• Sorry Ferpe I strongly disagree. The turbofan is a proven, highly reliable piece of engineering. I accept we can never be 100% risk free, but this is an entirely different issue.

This fix Boeing has is NOT a fix at all, but an elaborate way of trying to contain whatever hell the battery unleashes. The fact is simply this, Boeing are not fixing the route cause of the battery issue in this ‘fix’.

• A fire on board an aircraft is far more dangerous than a blade off event. Worse still, these battery fires are extremely difficult if not impossible to extinguish because they produce Oxygen fuelling the fire from within.

I’m sorry but you don’t seem to fully appreciate just how serious this is.

• Normand Hamel

The NTSB would agree with you that a fire on board an aircraft is far more dangerous.

8. tim1000

Yesterday two experts said that the battery pack configuration with large cells is too unsafe and these jokers are just going to “contain” and have better venting!? This is still just PR damage bullsh*t containment and venting, not an actual solution!

• Uwe

Take with a bit of salt.
The high cell count packs used in electric drives is mandated by the required high DC voltage high efficiency inverters. ( lower current, lower losses, Tesla: 375V nom, more than 300 NIMH cells in series ) For a low voltage high cell count battery you would have to connect cell strings in parallel. That opens another tin of worms.

** The containment solution will be required in any case imho.
change to cylindrical cells, they are more robust.

* Boeing needs to get away from charging to 100% capacity. (as 101% is “poof”)

* Set the lower threshhold capacity higher in the plane.
i.e. switch off from the plane side before the battery switches off into “noreturn mode”

* fix/reduce excessive current drains in “battery mode”
have a better plan what needs to be switched on in every use case.

* fix/reduce “stealthy” power drains on the battery.
if your battery runs “unexpectedly” down there is something you haven’t understood
or it is not unexpected at all.

9. Tony

That is one of the most incredible stories I have ever read.
Boeing’s plan is to build a stronger box, or a dome and cut a hole in the fuselage for a big”hose” to spew burning bits out of the aircraft?!
Tell me that story is a joke, please.

10. keesje

Proposing solutions, even when you know they won’t be approved, builds pressure on the authorities. It will make FAA look inflexible, slow, pre-occupied, uncooperative if they keep shooting down solutions. This is the second soluttion Boeing proposes.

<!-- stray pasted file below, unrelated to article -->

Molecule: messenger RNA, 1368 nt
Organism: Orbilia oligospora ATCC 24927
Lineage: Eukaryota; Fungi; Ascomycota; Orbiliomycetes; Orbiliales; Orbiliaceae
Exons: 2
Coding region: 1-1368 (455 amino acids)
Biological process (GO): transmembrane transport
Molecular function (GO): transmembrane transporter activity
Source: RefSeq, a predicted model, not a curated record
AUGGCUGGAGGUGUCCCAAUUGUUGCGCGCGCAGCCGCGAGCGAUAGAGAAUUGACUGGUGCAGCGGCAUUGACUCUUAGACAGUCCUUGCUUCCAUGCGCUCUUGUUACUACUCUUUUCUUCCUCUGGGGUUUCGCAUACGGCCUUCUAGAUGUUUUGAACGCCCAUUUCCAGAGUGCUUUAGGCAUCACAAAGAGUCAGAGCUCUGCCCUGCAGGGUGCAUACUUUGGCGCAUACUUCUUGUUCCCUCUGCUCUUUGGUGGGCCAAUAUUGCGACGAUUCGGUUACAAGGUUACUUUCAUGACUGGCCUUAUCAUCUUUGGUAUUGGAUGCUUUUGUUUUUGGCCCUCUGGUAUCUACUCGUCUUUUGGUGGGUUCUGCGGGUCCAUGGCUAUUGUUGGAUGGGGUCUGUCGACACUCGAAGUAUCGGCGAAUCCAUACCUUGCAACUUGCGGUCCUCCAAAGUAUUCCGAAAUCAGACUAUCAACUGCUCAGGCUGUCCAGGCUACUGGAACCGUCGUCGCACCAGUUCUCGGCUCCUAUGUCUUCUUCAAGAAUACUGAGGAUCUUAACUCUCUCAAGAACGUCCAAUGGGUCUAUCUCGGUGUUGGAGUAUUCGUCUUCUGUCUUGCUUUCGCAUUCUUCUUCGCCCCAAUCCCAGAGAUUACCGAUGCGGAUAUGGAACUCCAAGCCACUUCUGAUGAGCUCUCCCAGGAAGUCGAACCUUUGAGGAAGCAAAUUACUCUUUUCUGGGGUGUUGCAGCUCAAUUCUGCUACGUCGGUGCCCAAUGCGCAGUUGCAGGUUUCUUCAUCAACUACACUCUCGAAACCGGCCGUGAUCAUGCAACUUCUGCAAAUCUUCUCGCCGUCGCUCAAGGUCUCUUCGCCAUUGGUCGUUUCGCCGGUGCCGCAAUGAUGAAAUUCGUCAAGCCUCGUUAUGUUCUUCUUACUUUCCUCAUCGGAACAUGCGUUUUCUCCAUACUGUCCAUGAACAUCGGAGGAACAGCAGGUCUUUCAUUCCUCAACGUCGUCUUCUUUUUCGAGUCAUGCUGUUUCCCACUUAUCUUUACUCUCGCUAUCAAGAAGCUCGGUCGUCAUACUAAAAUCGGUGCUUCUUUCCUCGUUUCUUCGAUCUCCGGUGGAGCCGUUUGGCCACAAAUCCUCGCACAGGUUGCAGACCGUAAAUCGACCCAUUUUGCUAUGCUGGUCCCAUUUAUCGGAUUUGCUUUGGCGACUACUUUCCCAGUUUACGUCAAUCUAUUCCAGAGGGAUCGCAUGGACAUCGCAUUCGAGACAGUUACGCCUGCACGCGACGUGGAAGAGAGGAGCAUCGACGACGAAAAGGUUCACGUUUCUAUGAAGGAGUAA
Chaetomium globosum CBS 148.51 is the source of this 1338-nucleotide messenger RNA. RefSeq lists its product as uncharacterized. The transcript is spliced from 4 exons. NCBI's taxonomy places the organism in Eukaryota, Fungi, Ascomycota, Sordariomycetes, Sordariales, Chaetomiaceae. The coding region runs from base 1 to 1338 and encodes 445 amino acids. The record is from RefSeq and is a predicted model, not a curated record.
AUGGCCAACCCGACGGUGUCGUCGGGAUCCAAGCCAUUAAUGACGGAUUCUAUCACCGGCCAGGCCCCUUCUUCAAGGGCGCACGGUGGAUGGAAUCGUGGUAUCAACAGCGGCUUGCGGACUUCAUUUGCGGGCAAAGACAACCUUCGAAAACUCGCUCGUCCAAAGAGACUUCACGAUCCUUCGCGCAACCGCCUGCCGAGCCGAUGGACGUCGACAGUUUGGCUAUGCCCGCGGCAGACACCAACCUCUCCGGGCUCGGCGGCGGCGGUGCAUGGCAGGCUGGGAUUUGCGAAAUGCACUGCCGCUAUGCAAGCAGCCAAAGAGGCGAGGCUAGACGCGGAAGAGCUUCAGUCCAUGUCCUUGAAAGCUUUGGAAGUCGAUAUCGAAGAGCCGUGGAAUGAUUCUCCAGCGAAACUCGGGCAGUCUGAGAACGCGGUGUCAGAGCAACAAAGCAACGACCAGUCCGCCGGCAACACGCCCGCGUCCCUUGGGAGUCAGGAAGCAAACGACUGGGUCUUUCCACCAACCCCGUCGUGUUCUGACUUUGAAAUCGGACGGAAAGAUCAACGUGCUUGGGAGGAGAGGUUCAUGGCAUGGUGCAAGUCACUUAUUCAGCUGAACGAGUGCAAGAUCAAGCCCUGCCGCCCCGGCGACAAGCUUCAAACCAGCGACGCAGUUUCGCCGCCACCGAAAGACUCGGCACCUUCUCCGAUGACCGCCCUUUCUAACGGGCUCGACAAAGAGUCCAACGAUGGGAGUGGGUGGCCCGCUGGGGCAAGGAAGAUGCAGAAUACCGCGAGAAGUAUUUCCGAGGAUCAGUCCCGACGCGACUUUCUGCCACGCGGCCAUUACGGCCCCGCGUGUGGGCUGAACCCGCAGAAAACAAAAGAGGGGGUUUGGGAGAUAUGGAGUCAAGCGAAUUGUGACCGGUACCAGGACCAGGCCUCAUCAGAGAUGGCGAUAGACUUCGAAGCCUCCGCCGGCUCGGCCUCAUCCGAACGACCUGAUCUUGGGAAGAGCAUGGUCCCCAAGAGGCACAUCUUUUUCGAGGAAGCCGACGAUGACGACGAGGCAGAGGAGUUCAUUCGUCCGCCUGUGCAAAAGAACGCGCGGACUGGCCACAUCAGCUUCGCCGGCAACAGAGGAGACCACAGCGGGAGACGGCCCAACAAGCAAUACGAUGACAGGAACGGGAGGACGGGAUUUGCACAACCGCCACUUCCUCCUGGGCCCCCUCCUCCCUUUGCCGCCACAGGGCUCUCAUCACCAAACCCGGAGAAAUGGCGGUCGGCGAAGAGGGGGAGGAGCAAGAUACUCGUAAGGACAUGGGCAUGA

• Normand Hamel

To be, or not to be, that is the question:
Whether ’tis Nobler in the mind to suffer
The Slings and Arrows of outrageous Fortune,
Or to take Arms against a Sea of troubles.

Either the FAA accepts Li-ion batteries on board aircraft and the weaknesses of the Boeing system are addressed. Or the FAA rejects that technology alt together and Boeing has to start from scratch.

I am of the opinion that it is a complete waist of time to try to fix something that the FAA can no longer morally endorse. On the one hand it makes no sense from an aircraft safety perspective and on the other Boeing will not win back public confidence in the Dreamliner if it sticks with Li-ion batteries.

The damage is done. So even if they find the cause they cannot just technically fix the problem and think they will get away with it. It’s too late now. Li-ion has to go.

11. SomeoneInToulouse

File this under “well duh!”…

Better containment and evacuation was an obvious first step for most people, I think. But it still doesn’t address the *cause* of the problem.

12. This is just a patch to re-fly under dérogation … !
Just supressing the dangerous effects of these melt down, to not endanger the plane nor the équipments panel, may be sufficient for FAA/NTSB, to allow Boeing flying the B787, up the date they will propose a more effective solution !
For what I saw, a B787 can fly without battery power !

The B787, has been stopped for the un-containment of the battery melt down, not for reliability questions, logically Boeing may try to fly them with a temporary and approved patch !

• Uwe

Going for a provisional fix to allow return to service is a legitimate objective.
More interesting : will a provisional fix be (significantlly) faster than a clean solution?

When Boeing seemingly doesn’t need engineers. Do they similarly not need customers?
( I am quite impressed with how well the stock value is managed. looks like the performance of BCA is removed out of that loop )

• OV-099

“More interesting : will a provisional fix be (significantlly) faster than a clean solution?”

That’s, of course, a crucial question — if not the crucial question.

13. Aero Ninja